Tourism is one of the major sources of income and with the recent announcement of a five-billion dollar tourism project advancement, Tunisia seems destined toward the ideals of bigger equating better. Almost as a preview of what is to come, we visit Sousse, south of Cape Bon. Sousse has a preppy yachting-cool vibe. There are people everywhere and foreign couples are strolling on the waterfront in droves. An eighteen-hole golf course nearby, and a beachfront lined with hotel development and restaurants attract more than a million visitors every year. Its decidedly modern flair leaves no trace of the ancient, storied Tunisia that has so captured us in Cape Bon. If this is Tunisia to come, then, we wonder, what will happen to the Tunisia that was, the Tunisia that is always there, beneath the surface?
To escape the frenzy of Sousse, we drive to the Great Mosque of Sidi Oqba in Kairouan, one of the most sacred sites in Islam after Mecca. After our tour, Yamen tells us that Kairouan is noted for makroud, a small round pastry. It is made with semolina and dates, rolled into the shape of a triangle and dipped in orange syrup. In shop after shop we search for makroud. We finally find the cherished treat in a shop dripping with sweets from ceiling to floor. Turkish delight, cookies and pastries literally fill the entirety of the space, the smell of fresh rose water and saccharine in the air. Instantly, a harmless greed overcomes us all, and leads us to purchase more than a healthy dose of sugary delights.
The stars are hours away from making their appearance when, while walking on the beach, we meet Monsieur Mohammed. He is the resident potter at a nearby hotel. He welcomes us with the familiar greeting “Salaam wale kum”. He does not speak a word of English, so we begin to converse in French. A master of his art, having been a potter most of his life, Monsieur Mohammed is humble to say the least. As a man living through the development of his homeland, he has observed and learned much. In the course of our hour-long discussion about everything from human nature to sports and politics, Monsieur Mohammed begins to reveal his life’s philosophy. “You know there are people who live with huge means and a lot of money. Although they may go to bed with a full stomach, they do not taste their food. They do not know true happiness,” he offers. He has a wonderful philosophy of living from and with kindness and respect. “In opening up to people respecting them”, he tells us, “they become like your family and with them you feel comfortable to share your most personal stories.”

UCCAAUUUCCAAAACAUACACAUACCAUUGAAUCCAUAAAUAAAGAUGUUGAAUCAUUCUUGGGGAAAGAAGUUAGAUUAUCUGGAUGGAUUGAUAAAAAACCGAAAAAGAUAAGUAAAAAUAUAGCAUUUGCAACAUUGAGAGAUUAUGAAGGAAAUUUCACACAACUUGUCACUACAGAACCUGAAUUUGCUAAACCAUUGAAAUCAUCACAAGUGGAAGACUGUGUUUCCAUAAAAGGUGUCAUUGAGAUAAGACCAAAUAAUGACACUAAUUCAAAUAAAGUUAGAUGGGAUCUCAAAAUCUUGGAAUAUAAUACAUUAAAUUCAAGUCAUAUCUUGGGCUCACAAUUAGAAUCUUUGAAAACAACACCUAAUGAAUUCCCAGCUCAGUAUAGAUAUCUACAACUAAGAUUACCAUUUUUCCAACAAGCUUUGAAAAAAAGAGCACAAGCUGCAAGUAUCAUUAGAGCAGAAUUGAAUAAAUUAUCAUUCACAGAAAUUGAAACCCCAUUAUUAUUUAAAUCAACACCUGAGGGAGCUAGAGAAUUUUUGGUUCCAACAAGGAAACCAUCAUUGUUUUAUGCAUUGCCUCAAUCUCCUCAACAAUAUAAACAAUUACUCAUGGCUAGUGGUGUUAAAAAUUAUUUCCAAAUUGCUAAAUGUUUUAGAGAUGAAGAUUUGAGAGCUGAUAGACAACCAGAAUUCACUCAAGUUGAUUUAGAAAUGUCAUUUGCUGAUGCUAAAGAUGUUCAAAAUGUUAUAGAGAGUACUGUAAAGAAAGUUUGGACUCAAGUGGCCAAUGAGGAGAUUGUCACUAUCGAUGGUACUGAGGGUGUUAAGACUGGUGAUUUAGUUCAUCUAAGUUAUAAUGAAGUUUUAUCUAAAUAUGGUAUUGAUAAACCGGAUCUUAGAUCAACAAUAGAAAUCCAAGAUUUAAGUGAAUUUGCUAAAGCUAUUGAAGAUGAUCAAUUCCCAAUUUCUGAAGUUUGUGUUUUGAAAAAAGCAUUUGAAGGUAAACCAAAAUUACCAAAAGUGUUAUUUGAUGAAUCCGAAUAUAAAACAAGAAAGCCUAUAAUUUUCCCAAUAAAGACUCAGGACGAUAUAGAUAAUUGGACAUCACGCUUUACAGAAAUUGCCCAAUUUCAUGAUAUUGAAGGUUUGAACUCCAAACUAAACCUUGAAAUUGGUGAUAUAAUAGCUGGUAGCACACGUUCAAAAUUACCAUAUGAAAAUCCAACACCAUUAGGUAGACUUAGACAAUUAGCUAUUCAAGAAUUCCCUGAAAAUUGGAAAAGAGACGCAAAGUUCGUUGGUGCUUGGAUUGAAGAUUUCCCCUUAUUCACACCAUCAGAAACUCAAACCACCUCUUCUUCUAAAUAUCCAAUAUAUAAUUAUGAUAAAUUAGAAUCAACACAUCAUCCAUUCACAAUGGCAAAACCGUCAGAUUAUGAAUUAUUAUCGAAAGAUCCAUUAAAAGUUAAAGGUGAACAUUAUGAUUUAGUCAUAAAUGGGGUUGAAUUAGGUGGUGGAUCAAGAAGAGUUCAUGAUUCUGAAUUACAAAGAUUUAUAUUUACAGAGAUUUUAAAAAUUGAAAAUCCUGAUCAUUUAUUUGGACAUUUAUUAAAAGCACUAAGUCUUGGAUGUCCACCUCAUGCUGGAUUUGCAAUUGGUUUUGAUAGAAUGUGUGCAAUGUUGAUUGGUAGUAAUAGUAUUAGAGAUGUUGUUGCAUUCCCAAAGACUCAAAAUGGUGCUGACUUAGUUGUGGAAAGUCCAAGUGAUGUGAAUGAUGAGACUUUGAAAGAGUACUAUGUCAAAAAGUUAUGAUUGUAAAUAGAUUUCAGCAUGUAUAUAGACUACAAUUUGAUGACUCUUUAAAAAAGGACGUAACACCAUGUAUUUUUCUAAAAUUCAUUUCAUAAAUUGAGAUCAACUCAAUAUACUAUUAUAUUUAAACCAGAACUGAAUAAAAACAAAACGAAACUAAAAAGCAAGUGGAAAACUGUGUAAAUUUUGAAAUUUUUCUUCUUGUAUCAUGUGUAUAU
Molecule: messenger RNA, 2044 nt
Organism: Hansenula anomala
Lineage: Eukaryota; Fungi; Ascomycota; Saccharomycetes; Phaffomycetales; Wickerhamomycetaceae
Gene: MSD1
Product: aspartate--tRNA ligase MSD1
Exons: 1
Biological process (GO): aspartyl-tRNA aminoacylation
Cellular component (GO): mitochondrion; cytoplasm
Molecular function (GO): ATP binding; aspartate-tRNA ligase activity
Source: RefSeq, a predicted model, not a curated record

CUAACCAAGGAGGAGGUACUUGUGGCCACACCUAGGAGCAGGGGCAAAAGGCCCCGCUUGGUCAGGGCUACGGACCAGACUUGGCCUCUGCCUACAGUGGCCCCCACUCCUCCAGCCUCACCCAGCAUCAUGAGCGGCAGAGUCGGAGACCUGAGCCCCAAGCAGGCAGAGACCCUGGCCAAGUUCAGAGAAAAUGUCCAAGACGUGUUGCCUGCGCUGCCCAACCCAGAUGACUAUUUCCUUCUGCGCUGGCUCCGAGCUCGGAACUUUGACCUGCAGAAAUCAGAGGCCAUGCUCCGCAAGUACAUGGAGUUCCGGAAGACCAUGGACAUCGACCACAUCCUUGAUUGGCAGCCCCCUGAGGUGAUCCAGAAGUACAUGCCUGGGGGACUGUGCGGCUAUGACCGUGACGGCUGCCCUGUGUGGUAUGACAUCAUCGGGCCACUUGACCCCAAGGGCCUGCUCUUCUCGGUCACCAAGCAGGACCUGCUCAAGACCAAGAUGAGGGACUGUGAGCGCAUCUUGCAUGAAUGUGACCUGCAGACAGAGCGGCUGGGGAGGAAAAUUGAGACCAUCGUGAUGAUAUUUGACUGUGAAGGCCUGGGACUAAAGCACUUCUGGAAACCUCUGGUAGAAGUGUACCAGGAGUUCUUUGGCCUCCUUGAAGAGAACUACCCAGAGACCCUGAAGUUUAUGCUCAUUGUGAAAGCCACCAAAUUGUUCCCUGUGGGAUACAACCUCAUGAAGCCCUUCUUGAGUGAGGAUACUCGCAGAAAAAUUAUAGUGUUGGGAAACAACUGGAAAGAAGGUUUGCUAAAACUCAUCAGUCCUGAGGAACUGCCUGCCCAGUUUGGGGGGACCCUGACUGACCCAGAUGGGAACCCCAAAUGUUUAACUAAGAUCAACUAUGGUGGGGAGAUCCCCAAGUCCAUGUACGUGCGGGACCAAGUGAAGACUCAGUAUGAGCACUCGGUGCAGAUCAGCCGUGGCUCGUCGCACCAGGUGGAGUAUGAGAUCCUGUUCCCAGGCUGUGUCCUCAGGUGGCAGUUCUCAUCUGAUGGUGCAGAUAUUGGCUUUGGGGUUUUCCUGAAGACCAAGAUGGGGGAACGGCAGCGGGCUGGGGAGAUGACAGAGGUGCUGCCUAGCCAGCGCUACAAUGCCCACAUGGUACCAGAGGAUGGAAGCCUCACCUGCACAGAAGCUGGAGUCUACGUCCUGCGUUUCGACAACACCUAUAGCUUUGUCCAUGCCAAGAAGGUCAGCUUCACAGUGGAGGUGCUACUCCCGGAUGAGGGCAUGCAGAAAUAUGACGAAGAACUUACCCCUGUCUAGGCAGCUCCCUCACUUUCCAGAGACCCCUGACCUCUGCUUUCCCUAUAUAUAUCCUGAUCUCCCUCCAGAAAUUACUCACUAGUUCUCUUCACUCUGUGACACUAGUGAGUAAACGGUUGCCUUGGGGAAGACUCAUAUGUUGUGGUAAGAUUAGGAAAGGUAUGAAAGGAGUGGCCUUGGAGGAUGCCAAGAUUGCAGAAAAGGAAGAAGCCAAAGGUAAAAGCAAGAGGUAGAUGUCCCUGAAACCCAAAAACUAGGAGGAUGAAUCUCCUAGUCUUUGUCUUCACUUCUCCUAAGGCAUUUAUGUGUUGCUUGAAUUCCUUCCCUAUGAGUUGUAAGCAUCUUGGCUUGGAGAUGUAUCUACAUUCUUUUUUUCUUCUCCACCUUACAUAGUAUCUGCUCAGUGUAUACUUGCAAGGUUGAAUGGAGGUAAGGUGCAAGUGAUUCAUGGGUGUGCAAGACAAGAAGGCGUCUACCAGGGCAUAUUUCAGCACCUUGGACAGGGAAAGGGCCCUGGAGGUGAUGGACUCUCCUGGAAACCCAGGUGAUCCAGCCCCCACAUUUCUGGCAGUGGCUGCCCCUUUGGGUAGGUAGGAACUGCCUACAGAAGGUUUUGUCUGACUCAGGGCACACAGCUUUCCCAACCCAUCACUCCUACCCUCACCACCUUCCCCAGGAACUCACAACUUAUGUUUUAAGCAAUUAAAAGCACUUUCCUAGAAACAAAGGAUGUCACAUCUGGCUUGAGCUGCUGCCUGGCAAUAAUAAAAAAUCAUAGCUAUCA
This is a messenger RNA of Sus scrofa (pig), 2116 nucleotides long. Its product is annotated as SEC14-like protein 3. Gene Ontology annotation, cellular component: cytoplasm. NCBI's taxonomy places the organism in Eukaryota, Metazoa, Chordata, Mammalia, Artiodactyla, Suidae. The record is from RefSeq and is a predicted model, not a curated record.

In the magnanimous changes that are promised for Tunisia, ancient layers will be guided into the future. Perhaps, at last, this is Tunisia – a land where one layer gives way to another as it has for millennia, where ancient wisdom comes disguised in the trappings of a young man, where recently unearthed ruins have a startling immediacy, where friends are made in a few hours yet always beneath the stars.
This article first appeared in the spring 2008 issue of City Style and Living Magazine.